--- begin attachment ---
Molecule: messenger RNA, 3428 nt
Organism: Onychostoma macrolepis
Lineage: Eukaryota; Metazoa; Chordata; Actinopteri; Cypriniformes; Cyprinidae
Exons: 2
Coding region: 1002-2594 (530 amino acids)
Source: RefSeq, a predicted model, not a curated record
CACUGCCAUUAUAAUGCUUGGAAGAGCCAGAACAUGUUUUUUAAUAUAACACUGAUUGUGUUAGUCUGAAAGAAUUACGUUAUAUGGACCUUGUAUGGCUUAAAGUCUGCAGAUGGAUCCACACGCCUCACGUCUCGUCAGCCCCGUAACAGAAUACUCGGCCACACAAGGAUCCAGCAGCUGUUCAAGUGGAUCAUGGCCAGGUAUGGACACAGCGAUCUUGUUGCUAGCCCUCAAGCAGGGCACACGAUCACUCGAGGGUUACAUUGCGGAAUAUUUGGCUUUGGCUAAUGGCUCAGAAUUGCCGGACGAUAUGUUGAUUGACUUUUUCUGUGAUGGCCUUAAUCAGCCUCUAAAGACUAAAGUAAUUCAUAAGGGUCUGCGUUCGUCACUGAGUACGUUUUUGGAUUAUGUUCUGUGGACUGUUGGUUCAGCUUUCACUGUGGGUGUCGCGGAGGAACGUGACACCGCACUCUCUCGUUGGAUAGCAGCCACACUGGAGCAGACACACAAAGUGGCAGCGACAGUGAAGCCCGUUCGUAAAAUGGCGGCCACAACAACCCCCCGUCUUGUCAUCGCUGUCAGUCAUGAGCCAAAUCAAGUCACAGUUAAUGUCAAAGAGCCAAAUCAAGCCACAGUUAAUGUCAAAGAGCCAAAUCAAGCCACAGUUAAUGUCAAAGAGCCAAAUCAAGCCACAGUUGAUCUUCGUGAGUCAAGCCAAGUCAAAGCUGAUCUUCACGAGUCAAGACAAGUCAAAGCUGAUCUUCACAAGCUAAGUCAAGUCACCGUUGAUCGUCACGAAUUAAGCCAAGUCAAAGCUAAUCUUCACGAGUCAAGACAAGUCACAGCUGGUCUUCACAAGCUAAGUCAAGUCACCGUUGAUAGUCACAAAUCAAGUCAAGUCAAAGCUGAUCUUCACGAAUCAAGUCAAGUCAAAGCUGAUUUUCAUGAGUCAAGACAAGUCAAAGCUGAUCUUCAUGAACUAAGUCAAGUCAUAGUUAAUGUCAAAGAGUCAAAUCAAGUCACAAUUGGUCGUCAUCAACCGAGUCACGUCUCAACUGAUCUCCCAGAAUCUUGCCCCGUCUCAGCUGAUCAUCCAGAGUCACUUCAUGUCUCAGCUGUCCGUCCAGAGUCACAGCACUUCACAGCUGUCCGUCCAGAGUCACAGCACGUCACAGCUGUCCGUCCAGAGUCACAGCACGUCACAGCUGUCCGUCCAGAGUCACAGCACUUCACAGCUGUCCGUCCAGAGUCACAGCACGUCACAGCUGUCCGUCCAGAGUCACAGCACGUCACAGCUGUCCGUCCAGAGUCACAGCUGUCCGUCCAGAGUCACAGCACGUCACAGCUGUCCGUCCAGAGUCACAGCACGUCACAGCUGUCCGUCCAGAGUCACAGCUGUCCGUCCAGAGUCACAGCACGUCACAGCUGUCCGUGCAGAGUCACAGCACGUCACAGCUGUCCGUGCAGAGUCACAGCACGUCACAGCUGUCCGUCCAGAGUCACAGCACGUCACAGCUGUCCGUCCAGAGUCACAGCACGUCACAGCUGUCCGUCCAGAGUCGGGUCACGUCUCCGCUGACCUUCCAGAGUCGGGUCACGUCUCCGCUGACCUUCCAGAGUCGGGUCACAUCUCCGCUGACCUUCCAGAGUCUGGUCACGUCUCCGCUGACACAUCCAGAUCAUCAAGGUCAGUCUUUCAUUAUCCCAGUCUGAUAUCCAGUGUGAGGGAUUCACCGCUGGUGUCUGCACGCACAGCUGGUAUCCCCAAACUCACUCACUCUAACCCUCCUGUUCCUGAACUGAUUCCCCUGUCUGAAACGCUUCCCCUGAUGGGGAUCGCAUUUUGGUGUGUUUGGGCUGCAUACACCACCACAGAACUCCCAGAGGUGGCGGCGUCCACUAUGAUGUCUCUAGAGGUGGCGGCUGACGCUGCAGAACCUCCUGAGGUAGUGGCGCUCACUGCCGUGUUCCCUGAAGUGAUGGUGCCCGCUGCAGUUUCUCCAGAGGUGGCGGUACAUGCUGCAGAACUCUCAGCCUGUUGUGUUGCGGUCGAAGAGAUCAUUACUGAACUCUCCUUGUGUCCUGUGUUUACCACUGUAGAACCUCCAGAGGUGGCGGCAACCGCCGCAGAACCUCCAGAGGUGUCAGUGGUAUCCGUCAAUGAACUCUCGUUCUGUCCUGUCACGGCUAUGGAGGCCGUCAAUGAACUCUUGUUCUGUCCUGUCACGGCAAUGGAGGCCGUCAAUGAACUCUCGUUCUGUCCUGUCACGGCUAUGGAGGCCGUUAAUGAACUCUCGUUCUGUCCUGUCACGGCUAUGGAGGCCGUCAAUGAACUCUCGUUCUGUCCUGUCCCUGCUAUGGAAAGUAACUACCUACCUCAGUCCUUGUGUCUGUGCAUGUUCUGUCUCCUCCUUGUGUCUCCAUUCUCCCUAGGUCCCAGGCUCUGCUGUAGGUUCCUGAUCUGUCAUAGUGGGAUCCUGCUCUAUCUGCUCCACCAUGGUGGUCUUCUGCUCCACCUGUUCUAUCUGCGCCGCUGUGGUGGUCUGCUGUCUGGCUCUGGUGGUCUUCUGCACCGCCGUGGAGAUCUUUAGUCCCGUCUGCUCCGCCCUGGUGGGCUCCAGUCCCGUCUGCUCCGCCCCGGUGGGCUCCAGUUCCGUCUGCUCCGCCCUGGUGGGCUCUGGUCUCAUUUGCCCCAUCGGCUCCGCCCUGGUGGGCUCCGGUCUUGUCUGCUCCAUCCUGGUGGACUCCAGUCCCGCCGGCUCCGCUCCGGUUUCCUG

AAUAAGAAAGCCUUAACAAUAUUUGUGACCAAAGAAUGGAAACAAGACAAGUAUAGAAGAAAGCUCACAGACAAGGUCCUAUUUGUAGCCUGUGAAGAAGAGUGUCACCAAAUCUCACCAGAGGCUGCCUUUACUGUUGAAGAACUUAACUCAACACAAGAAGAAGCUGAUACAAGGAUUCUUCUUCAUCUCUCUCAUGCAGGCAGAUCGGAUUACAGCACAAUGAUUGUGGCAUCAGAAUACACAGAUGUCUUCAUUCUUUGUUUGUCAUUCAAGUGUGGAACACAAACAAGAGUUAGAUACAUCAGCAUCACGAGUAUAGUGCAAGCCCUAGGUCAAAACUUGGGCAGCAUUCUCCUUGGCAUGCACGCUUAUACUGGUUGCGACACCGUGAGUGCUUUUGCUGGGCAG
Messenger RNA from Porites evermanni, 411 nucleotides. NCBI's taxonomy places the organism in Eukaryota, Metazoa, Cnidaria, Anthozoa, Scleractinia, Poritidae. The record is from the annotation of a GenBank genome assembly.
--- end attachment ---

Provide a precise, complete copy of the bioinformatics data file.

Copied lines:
Molecule: messenger RNA, 3428 nt
Organism: Onychostoma macrolepis
Lineage: Eukaryota; Metazoa; Chordata; Actinopteri; Cypriniformes; Cyprinidae
Exons: 2
Coding region: 1002-2594 (530 amino acids)
Source: RefSeq, a predicted model, not a curated record
CACUGCCAUUAUAAUGCUUGGAAGAGCCAGAACAUGUUUUUUAAUAUAACACUGAUUGUGUUAGUCUGAAAGAAUUACGUUAUAUGGACCUUGUAUGGCUUAAAGUCUGCAGAUGGAUCCACACGCCUCACGUCUCGUCAGCCCCGUAACAGAAUACUCGGCCACACAAGGAUCCAGCAGCUGUUCAAGUGGAUCAUGGCCAGGUAUGGACACAGCGAUCUUGUUGCUAGCCCUCAAGCAGGGCACACGAUCACUCGAGGGUUACAUUGCGGAAUAUUUGGCUUUGGCUAAUGGCUCAGAAUUGCCGGACGAUAUGUUGAUUGACUUUUUCUGUGAUGGCCUUAAUCAGCCUCUAAAGACUAAAGUAAUUCAUAAGGGUCUGCGUUCGUCACUGAGUACGUUUUUGGAUUAUGUUCUGUGGACUGUUGGUUCAGCUUUCACUGUGGGUGUCGCGGAGGAACGUGACACCGCACUCUCUCGUUGGAUAGCAGCCACACUGGAGCAGACACACAAAGUGGCAGCGACAGUGAAGCCCGUUCGUAAAAUGGCGGCCACAACAACCCCCCGUCUUGUCAUCGCUGUCAGUCAUGAGCCAAAUCAAGUCACAGUUAAUGUCAAAGAGCCAAAUCAAGCCACAGUUAAUGUCAAAGAGCCAAAUCAAGCCACAGUUAAUGUCAAAGAGCCAAAUCAAGCCACAGUUGAUCUUCGUGAGUCAAGCCAAGUCAAAGCUGAUCUUCACGAGUCAAGACAAGUCAAAGCUGAUCUUCACAAGCUAAGUCAAGUCACCGUUGAUCGUCACGAAUUAAGCCAAGUCAAAGCUAAUCUUCACGAGUCAAGACAAGUCACAGCUGGUCUUCACAAGCUAAGUCAAGUCACCGUUGAUAGUCACAAAUCAAGUCAAGUCAAAGCUGAUCUUCACGAAUCAAGUCAAGUCAAAGCUGAUUUUCAUGAGUCAAGACAAGUCAAAGCUGAUCUUCAUGAACUAAGUCAAGUCAUAGUUAAUGUCAAAGAGUCAAAUCAAGUCACAAUUGGUCGUCAUCAACCGAGUCACGUCUCAACUGAUCUCCCAGAAUCUUGCCCCGUCUCAGCUGAUCAUCCAGAGUCACUUCAUGUCUCAGCUGUCCGUCCAGAGUCACAGCACUUCACAGCUGUCCGUCCAGAGUCACAGCACGUCACAGCUGUCCGUCCAGAGUCACAGCACGUCACAGCUGUCCGUCCAGAGUCACAGCACUUCACAGCUGUCCGUCCAGAGUCACAGCACGUCACAGCUGUCCGUCCAGAGUCACAGCACGUCACAGCUGUCCGUCCAGAGUCACAGCUGUCCGUCCAGAGUCACAGCACGUCACAGCUGUCCGUCCAGAGUCACAGCACGUCACAGCUGUCCGUCCAGAGUCACAGCUGUCCGUCCAGAGUCACAGCACGUCACAGCUGUCCGUGCAGAGUCACAGCACGUCACAGCUGUCCGUGCAGAGUCACAGCACGUCACAGCUGUCCGUCCAGAGUCACAGCACGUCACAGCUGUCCGUCCAGAGUCACAGCACGUCACAGCUGUCCGUCCAGAGUCGGGUCACGUCUCCGCUGACCUUCCAGAGUCGGGUCACGUCUCCGCUGACCUUCCAGAGUCGGGUCACAUCUCCGCUGACCUUCCAGAGUCUGGUCACGUCUCCGCUGACACAUCCAGAUCAUCAAGGUCAGUCUUUCAUUAUCCCAGUCUGAUAUCCAGUGUGAGGGAUUCACCGCUGGUGUCUGCACGCACAGCUGGUAUCCCCAAACUCACUCACUCUAACCCUCCUGUUCCUGAACUGAUUCCCCUGUCUGAAACGCUUCCCCUGAUGGGGAUCGCAUUUUGGUGUGUUUGGGCUGCAUACACCACCACAGAACUCCCAGAGGUGGCGGCGUCCACUAUGAUGUCUCUAGAGGUGGCGGCUGACGCUGCAGAACCUCCUGAGGUAGUGGCGCUCACUGCCGUGUUCCCUGAAGUGAUGGUGCCCGCUGCAGUUUCUCCAGAGGUGGCGGUACAUGCUGCAGAACUCUCAGCCUGUUGUGUUGCGGUCGAAGAGAUCAUUACUGAACUCUCCUUGUGUCCUGUGUUUACCACUGUAGAACCUCCAGAGGUGGCGGCAACCGCCGCAGAACCUCCAGAGGUGUCAGUGGUAUCCGUCAAUGAACUCUCGUUCUGUCCUGUCACGGCUAUGGAGGCCGUCAAUGAACUCUUGUUCUGUCCUGUCACGGCAAUGGAGGCCGUCAAUGAACUCUCGUUCUGUCCUGUCACGGCUAUGGAGGCCGUUAAUGAACUCUCGUUCUGUCCUGUCACGGCUAUGGAGGCCGUCAAUGAACUCUCGUUCUGUCCUGUCCCUGCUAUGGAAAGUAACUACCUACCUCAGUCCUUGUGUCUGUGCAUGUUCUGUCUCCUCCUUGUGUCUCCAUUCUCCCUAGGUCCCAGGCUCUGCUGUAGGUUCCUGAUCUGUCAUAGUGGGAUCCUGCUCUAUCUGCUCCACCAUGGUGGUCUUCUGCUCCACCUGUUCUAUCUGCGCCGCUGUGGUGGUCUGCUGUCUGGCUCUGGUGGUCUUCUGCACCGCCGUGGAGAUCUUUAGUCCCGUCUGCUCCGCCCUGGUGGGCUCCAGUCCCGUCUGCUCCGCCCCGGUGGGCUCCAGUUCCGUCUGCUCCGCCCUGGUGGGCUCUGGUCUCAUUUGCCCCAUCGGCUCCGCCCUGGUGGGCUCCGGUCUUGUCUGCUCCAUCCUGGUGGACUCCAGUCCCGCCGGCUCCGCUCCGGUUUCCUG

AAUAAGAAAGCCUUAACAAUAUUUGUGACCAAAGAAUGGAAACAAGACAAGUAUAGAAGAAAGCUCACAGACAAGGUCCUAUUUGUAGCCUGUGAAGAAGAGUGUCACCAAAUCUCACCAGAGGCUGCCUUUACUGUUGAAGAACUUAACUCAACACAAGAAGAAGCUGAUACAAGGAUUCUUCUUCAUCUCUCUCAUGCAGGCAGAUCGGAUUACAGCACAAUGAUUGUGGCAUCAGAAUACACAGAUGUCUUCAUUCUUUGUUUGUCAUUCAAGUGUGGAACACAAACAAGAGUUAGAUACAUCAGCAUCACGAGUAUAGUGCAAGCCCUAGGUCAAAACUUGGGCAGCAUUCUCCUUGGCAUGCACGCUUAUACUGGUUGCGACACCGUGAGUGCUUUUGCUGGGCAG
Messenger RNA from Porites evermanni, 411 nucleotides. NCBI's taxonomy places the organism in Eukaryota, Metazoa, Cnidaria, Anthozoa, Scleractinia, Poritidae. The record is from the annotation of a GenBank genome assembly.